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The role of protein kinase C isozymes in TNF-alpha-induced cytotoxicity to a rat intestinal epithelial cell line.

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Department of Physiology, University of Western Ontario, London, Ontario, Canada N6A 5C1.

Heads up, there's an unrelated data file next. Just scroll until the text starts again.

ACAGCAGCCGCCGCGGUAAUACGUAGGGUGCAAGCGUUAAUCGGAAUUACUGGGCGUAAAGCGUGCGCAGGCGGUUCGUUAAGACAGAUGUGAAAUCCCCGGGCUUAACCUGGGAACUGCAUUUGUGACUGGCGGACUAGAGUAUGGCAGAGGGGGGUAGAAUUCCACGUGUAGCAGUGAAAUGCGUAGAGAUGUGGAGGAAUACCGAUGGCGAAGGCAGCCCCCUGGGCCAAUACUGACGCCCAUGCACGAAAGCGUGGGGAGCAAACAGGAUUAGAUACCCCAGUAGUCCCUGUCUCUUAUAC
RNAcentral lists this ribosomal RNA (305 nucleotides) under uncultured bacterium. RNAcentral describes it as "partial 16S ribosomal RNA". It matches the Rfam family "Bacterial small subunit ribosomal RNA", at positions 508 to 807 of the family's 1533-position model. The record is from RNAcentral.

Tumor necrosis factor (TNF)-alpha can induce cytotoxicity and apoptosis in a number of cell types and has been implicated in the regulation of many inflammatory processes. It has been suggested that protein kinase C (PKC) is one of the intracellular mediators of the actions of TNF-alpha. In the present study, the role of PKC isoforms in TNF-alpha-mediated cytotoxicity and apoptosis in intestinal cells was investigated using the rat epithelial cell line, IEC-18. Cells were incubated with TNF-alpha in the presence or absence of the transcription inhibitor actinomycin D (AMD). The extent of cell damage was enhanced when AMD was added to incubation medium, suggesting that new protein synthesis plays a role in the cytotoxic action of TNF. TNF-alpha also induced the translocation of PKC-alpha, -delta, and -epsilon from cytosol to the membrane fraction of the intestinal cells. Furthermore, the cytotoxic and apoptotic effects of TNF were reduced by pretreating the cells with the PKC-epsilon translocation inhibitor, PKC-epsilonV1-2. In contrast, although cells incubated with the phorbol ester phorbol 12-myristate 13-acetate (PMA) also displayed an increase in cell injury, the extent of cytotoxicity and apoptosis was not enhanced by AMD. Furthermore, PMA-induced cell damage was reduced by rottlerin, a PKC-delta inhibitor. Caspase-3, an enzyme implicated in the mediation of apoptosis, was activated in cells in response to either TNF-alpha or PMA stimulation, and its effects on this activity were reduced by selective inhibition of PKC-epsilon and -delta, respectively. Furthermore, inhibition of caspase-3 activity reduced apoptosis. These data suggest that activation of selective PKC isoforms mediate the effects of TNF-alpha on intestinal epithelial cell injury.

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